Simon Gergel is portfolio manager for The Merchants Trust

For the latest portfolio breakdown, performance, dividend information, please visit www.merchantstrust.co.uk.

Click here to view monthly factsheet

Investing involves risk. The value of an investment and the income from it may fall as well as rise and investors might not get back the full amount invested.

The information contained herein including any expression of opinion is for information purposes only and is given on the understanding that it is not a recommendation and anyone who acts on it, or changes their opinion thereon, does so entirely at their own risk. The opinions expressed are based on information which we believe to be accurate and reliable, however, these opinions may change without notice. Past performance is not a reliable indicator of future results. You should not make any assumptions on the future on the basis of performance information. The value of an investment and the income from it can fall as well as rise as a result of market and currency fluctuations and you may not get back the amount originally invested. An investment trust’s shares may trade below (at a discount to) or above (at a premium to) the underlying net asset value. This email, its contents and any files transmitted with it are intended solely for the addressee(s) and may be legally privileged and/or confidential. If you have received this email in error please delete it and contact the sender via the switchboard on +44 (0)20 7859 9000 or via return email. You should not copy or forward it on or otherwise use the contents, attachments or information in any way. Any such unauthorised use or disclosure may be unlawful. Allianz Global Investors give no warranty as to the security, accuracy or completeness of this email and accept no responsibility for changes made to this email, after it was sent. Any liability for viruses is excluded to the fullest extent permitted by law. Any opinion expressed in this email may be personal to the sender and may not necessarily reflect the opinion of Allianz Global Investors.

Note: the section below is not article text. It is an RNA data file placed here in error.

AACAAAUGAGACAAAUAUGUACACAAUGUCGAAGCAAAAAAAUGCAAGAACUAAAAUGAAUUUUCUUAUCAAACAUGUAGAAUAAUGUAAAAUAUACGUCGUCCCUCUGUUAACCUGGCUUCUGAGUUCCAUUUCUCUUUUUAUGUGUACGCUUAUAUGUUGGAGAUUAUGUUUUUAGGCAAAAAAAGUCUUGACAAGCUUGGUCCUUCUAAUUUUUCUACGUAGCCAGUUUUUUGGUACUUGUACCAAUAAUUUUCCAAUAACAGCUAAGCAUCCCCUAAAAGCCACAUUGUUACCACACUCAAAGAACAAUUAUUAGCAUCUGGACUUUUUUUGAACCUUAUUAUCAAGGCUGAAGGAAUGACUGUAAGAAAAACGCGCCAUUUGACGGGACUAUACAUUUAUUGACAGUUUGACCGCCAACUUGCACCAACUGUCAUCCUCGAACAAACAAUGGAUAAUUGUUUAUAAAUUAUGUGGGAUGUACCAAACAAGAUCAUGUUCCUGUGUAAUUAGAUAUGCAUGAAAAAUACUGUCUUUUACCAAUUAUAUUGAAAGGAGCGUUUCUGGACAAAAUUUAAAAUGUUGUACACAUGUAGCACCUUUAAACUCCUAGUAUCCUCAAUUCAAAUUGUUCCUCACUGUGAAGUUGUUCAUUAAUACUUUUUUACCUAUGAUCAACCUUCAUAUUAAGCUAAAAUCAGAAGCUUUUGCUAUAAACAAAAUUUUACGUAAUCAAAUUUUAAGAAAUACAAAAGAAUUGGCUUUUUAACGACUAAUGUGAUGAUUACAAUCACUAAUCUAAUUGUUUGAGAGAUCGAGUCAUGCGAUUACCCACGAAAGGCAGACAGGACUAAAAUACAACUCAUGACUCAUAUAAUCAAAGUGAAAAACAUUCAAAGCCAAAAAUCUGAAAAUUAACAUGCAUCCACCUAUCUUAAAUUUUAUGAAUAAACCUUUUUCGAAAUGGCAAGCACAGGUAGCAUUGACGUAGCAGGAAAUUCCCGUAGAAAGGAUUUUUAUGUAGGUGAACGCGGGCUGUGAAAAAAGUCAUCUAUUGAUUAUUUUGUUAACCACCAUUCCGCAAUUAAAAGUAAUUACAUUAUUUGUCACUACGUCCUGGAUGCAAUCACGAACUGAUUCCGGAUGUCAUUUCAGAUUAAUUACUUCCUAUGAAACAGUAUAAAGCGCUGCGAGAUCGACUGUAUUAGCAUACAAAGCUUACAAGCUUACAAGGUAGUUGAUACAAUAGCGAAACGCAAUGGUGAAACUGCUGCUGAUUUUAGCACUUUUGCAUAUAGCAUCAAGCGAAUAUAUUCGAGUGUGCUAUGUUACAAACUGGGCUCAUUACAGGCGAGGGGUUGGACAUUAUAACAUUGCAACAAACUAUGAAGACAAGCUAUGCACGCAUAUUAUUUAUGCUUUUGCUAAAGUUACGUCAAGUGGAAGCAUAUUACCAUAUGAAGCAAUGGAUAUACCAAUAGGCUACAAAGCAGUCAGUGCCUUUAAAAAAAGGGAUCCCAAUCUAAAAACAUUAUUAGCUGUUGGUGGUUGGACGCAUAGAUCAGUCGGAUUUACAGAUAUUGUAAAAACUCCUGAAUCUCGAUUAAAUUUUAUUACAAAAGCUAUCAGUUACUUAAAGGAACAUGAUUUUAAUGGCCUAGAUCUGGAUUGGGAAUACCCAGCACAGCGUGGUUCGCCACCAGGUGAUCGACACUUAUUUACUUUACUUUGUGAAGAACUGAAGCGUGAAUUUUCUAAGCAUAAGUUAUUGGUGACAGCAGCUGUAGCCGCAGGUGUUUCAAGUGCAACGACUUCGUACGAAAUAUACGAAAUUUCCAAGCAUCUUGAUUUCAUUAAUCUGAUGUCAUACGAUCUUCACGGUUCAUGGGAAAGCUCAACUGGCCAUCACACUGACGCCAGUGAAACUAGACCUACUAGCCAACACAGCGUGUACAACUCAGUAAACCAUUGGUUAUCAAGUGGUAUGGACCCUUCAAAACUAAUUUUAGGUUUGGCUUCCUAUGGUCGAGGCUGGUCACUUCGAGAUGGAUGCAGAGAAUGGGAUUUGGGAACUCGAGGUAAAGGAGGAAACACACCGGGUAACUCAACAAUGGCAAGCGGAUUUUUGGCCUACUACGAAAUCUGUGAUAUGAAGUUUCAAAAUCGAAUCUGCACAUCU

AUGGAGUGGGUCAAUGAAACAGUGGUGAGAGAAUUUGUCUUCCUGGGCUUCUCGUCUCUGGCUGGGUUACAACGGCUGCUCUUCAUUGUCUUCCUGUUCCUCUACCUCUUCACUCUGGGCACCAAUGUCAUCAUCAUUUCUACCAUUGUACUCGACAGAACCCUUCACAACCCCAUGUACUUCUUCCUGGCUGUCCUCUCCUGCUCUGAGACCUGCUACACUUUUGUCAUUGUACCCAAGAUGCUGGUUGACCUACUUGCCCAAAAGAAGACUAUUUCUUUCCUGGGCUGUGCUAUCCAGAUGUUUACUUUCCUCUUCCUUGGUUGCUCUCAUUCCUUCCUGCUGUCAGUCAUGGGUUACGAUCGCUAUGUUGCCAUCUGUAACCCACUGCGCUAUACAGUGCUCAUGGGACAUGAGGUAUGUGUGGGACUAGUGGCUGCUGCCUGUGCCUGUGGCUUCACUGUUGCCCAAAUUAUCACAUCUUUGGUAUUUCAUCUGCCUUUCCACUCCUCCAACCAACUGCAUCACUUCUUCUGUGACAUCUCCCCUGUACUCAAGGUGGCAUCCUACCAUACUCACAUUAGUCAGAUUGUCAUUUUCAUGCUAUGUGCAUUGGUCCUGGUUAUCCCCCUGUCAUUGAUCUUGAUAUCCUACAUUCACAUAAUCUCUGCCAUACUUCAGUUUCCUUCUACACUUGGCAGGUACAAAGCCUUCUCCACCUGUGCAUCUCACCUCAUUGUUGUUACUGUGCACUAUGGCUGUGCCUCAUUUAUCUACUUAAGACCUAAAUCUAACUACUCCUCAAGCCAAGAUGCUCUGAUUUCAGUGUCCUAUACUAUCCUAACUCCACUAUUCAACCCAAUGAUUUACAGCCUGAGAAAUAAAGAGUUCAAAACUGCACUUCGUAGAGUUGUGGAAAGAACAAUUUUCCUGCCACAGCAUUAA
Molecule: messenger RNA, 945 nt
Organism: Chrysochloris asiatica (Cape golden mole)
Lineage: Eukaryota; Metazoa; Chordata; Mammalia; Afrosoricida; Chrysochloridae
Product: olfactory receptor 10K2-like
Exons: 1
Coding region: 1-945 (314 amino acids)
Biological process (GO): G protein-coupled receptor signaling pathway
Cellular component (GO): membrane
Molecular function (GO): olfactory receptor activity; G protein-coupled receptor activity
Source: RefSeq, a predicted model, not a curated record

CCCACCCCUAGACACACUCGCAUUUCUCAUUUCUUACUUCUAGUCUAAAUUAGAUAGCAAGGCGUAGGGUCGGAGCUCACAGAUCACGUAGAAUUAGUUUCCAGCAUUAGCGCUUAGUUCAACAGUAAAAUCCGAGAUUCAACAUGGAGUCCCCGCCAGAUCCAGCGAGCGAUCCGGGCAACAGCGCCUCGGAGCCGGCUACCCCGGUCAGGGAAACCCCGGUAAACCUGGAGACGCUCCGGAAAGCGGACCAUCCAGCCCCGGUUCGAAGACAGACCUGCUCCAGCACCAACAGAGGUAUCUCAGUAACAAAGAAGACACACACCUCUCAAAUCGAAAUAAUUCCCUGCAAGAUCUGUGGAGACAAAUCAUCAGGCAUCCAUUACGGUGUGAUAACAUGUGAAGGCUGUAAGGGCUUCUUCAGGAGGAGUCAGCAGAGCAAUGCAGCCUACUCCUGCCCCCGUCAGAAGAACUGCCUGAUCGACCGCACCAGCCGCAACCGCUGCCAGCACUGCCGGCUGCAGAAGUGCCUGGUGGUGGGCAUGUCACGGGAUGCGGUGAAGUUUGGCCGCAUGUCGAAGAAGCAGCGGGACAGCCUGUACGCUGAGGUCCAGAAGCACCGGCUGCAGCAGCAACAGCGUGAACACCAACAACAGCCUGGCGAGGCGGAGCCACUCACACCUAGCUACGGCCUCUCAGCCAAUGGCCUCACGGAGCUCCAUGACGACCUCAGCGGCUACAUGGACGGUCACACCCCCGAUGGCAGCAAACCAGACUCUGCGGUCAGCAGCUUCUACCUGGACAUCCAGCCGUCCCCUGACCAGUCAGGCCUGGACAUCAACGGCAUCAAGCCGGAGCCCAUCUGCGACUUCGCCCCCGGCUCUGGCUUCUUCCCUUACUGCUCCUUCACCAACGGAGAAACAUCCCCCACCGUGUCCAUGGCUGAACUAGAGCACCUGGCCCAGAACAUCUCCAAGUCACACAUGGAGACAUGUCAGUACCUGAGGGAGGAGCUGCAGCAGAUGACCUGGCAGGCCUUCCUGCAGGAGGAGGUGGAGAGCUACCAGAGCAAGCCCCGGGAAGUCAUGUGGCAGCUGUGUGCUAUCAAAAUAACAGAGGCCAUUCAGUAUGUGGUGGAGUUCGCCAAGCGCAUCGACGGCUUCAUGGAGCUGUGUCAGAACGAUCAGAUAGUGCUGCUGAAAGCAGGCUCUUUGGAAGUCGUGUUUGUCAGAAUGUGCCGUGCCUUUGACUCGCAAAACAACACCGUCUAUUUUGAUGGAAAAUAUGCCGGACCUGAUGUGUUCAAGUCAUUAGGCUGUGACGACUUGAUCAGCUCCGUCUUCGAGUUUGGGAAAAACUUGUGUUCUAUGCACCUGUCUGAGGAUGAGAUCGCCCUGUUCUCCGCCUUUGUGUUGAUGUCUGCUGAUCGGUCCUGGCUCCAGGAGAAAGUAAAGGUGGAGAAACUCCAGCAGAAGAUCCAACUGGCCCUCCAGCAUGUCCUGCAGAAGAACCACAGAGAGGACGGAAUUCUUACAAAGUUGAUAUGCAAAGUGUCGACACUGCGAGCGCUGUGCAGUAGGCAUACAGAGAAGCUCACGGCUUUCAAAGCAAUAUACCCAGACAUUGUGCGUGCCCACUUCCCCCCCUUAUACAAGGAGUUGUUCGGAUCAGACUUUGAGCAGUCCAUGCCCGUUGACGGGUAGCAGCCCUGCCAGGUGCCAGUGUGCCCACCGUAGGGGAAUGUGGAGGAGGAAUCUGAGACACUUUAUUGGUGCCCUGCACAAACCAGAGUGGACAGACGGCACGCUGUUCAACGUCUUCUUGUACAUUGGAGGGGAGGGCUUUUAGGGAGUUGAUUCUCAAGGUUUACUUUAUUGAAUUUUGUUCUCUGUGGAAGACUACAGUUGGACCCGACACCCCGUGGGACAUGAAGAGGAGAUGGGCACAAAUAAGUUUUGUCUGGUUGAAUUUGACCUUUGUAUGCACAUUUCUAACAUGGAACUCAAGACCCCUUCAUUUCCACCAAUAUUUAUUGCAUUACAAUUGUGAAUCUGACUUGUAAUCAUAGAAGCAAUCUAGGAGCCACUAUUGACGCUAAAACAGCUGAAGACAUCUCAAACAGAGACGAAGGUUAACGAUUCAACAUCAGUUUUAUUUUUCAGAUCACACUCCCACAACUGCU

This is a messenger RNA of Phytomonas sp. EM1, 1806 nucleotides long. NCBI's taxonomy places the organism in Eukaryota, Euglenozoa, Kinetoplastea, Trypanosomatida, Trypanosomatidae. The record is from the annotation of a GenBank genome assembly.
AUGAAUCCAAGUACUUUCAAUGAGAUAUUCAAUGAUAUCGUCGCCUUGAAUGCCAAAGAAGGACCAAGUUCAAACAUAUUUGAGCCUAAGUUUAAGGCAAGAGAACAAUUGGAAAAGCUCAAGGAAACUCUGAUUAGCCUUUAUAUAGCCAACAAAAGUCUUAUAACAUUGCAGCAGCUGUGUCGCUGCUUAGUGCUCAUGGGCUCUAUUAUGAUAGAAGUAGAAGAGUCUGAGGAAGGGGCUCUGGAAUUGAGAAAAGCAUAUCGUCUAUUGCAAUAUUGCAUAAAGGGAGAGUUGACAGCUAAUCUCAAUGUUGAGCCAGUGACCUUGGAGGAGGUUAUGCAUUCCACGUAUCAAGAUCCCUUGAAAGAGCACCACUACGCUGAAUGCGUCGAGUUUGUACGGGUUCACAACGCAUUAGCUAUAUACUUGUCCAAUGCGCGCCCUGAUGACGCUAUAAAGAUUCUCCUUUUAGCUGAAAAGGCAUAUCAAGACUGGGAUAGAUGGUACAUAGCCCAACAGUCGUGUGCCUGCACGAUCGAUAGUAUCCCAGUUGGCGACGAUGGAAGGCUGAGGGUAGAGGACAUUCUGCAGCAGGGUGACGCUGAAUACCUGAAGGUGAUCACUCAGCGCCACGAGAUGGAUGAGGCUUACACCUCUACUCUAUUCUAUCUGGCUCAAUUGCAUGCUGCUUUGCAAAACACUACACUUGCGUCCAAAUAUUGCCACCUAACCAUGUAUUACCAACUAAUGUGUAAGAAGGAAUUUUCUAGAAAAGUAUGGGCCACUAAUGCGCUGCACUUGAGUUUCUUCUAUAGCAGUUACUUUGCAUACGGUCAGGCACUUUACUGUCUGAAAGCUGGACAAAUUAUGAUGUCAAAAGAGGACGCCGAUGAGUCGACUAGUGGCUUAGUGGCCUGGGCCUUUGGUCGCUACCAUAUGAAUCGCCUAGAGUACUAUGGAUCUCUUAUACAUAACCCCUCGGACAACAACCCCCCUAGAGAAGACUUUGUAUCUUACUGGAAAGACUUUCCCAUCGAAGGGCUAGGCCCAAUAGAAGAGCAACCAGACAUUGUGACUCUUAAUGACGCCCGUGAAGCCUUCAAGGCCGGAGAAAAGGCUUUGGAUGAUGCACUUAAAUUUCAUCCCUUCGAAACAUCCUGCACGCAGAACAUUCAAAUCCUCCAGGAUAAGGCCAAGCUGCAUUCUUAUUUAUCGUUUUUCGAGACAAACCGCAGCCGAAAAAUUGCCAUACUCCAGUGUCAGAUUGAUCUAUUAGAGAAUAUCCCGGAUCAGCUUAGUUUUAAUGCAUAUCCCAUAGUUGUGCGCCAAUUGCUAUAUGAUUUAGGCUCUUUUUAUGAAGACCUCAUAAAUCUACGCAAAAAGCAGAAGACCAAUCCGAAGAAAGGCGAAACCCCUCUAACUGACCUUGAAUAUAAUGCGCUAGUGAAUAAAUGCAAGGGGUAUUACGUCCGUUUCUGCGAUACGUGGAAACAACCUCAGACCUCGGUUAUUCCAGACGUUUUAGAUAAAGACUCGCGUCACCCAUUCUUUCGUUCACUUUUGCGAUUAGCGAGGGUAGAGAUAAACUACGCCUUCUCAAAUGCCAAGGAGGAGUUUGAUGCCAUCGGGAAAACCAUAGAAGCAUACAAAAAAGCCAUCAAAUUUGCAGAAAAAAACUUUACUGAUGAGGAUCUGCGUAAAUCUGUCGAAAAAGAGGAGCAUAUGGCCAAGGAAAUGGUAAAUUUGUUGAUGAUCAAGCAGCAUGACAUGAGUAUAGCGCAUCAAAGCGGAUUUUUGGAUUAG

Recommended

Magnifying-Glass-And-Text-Kindle-Contract-700x450.jpg

SFO investigates pension schemes over alleged fraud

The Serious Fraud Office has opened an investigation into a number of pension schemes holding around £120m in higher risk assets over potential fraud. In an alert on its website, published yesterday, the SFO said it was looking into alleged fraudulent activity at the Capita Oak Pension and Henley Retirement Benefit schemes, as well as […]

How QE is distorting the gilt market

By Mike Riddell The moves in gilts in August were truly exceptional. Volatility in the gilt market (based off 10-year gilt futures) has soared to close to the highest levels seen this millennium, on a par with the eurozone debt crisis of 2011/12 and behind only the global financial crisis of 2008/09. The first distortion […]

Newsletter

News and expert analysis straight to your inbox

Sign up

Comments

    Leave a comment